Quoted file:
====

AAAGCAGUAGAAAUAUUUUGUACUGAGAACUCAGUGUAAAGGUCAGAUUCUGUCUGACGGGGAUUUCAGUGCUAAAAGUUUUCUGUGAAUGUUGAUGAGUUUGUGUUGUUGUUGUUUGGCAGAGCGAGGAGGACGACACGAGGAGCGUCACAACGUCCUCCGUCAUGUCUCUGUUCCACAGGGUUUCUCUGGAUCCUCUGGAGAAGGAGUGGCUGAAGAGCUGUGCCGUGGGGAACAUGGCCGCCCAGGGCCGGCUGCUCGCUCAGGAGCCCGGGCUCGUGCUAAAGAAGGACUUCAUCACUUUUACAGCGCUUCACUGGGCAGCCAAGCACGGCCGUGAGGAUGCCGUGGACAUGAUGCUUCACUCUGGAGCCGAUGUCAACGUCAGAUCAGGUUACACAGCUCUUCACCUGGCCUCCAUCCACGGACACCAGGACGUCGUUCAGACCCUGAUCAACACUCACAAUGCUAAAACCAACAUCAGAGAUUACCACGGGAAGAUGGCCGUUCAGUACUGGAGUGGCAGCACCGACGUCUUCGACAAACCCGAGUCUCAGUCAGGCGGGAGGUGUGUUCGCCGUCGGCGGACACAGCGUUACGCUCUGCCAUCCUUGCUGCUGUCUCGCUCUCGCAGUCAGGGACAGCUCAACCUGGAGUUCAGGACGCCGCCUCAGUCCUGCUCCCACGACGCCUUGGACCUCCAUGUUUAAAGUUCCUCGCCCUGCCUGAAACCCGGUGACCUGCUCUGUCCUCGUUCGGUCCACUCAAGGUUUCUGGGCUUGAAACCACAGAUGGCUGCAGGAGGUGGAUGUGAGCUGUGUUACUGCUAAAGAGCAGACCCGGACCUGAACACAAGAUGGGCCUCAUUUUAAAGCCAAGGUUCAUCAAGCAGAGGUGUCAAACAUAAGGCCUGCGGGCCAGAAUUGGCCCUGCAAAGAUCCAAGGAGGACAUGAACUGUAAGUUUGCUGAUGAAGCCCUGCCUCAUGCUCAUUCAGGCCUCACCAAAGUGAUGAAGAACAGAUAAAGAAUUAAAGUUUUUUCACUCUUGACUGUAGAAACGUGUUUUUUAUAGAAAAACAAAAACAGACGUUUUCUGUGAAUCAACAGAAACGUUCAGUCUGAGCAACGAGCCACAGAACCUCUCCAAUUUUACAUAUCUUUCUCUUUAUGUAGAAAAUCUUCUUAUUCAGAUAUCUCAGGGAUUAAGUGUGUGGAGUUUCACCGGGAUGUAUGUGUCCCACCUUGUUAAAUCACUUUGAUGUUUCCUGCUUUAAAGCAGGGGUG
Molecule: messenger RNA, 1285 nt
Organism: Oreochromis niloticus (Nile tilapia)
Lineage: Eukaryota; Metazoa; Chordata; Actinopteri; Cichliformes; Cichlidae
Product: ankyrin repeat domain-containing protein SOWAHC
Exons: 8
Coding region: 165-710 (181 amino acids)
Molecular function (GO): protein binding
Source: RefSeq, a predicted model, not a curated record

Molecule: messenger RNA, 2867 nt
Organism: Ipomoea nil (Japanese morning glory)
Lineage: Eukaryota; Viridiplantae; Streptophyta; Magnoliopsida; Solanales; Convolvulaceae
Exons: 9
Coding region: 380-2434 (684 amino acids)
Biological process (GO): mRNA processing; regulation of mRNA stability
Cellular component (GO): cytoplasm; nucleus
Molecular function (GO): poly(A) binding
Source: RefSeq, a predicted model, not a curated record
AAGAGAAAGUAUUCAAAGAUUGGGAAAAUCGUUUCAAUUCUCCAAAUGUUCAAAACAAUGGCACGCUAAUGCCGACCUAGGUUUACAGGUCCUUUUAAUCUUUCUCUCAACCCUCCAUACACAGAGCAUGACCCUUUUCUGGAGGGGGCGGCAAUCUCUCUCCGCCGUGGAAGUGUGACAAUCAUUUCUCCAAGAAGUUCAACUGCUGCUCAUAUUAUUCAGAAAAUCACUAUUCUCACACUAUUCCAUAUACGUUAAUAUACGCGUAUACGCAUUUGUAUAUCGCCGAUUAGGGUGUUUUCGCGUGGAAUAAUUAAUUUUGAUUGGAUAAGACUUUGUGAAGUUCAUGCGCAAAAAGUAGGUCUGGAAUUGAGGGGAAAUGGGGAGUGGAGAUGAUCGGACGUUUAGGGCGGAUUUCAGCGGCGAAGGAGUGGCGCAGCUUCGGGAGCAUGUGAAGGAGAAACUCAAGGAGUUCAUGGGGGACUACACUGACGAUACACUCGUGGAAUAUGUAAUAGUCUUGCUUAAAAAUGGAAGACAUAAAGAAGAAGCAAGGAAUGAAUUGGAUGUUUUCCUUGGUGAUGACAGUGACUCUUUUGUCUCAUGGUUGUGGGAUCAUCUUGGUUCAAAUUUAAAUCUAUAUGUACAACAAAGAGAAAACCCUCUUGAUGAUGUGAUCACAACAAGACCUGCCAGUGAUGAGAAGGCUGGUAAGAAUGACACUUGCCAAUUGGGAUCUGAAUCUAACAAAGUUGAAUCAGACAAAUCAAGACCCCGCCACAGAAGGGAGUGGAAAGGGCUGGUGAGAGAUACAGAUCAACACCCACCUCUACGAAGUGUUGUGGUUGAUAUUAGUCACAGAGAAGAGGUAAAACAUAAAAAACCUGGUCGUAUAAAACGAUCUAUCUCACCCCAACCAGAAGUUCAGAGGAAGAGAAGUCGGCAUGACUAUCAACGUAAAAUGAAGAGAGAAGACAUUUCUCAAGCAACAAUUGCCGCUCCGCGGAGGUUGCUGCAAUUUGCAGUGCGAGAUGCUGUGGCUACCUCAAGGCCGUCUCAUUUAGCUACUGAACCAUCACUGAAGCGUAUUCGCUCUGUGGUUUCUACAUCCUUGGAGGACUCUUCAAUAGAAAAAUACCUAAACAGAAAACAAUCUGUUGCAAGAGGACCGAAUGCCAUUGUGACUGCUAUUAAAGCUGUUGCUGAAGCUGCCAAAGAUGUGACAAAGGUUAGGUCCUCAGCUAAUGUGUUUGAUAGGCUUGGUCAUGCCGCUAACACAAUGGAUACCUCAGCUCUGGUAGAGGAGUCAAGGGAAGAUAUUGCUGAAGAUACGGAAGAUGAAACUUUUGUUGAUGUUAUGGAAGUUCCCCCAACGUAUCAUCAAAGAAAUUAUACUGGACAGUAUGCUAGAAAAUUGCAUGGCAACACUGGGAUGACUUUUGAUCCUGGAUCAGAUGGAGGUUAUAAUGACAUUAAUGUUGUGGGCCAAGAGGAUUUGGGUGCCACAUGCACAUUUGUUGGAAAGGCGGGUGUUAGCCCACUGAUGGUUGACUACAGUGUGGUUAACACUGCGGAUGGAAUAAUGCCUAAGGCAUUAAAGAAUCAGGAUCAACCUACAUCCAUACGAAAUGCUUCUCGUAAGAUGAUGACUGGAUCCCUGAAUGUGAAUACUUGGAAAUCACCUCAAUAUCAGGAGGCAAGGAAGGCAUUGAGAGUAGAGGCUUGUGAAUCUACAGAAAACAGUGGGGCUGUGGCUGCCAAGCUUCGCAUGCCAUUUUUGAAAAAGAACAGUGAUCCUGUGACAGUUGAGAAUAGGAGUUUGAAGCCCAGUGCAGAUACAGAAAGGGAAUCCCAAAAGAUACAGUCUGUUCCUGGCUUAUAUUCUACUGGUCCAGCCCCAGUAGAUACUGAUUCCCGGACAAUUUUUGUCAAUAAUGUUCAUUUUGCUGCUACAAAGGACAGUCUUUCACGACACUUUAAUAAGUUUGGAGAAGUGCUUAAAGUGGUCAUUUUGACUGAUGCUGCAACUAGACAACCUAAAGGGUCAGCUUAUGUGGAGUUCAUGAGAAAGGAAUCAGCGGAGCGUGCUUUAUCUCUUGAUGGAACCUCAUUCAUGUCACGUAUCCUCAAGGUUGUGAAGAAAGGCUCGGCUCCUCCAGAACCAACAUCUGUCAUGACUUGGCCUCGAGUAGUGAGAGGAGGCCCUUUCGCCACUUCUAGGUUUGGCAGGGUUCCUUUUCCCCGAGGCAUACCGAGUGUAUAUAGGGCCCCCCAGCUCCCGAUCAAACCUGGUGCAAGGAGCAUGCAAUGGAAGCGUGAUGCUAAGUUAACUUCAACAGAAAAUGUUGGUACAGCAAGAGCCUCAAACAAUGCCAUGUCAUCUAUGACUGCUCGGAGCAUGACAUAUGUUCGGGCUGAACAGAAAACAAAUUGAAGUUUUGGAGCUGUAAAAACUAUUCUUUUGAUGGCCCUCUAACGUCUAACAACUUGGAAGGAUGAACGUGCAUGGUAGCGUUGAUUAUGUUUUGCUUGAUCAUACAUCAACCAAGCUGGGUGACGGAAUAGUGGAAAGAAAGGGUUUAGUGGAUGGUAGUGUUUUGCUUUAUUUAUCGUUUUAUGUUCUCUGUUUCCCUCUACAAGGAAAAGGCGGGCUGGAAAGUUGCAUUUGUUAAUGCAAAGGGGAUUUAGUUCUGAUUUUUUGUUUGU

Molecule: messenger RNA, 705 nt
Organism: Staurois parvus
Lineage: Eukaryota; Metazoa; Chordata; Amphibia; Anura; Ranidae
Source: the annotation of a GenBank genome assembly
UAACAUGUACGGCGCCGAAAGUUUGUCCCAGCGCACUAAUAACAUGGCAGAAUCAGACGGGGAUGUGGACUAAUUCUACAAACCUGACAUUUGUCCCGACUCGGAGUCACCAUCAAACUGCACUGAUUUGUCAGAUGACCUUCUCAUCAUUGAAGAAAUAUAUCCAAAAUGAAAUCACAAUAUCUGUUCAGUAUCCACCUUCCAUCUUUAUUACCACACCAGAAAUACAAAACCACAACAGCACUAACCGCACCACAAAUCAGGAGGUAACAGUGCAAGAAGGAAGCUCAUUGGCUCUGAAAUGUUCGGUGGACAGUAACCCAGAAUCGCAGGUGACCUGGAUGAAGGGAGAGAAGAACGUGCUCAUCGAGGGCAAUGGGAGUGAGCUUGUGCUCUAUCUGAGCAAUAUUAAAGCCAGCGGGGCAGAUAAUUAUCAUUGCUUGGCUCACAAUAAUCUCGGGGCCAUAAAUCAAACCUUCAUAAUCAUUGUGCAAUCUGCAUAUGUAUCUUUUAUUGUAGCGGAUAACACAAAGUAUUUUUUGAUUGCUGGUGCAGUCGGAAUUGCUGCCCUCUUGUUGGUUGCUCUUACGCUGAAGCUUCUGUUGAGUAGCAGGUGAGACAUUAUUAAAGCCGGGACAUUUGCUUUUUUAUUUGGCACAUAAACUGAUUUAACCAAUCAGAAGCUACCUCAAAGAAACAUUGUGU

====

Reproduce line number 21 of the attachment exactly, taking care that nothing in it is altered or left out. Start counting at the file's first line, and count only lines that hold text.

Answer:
Organism: Staurois parvus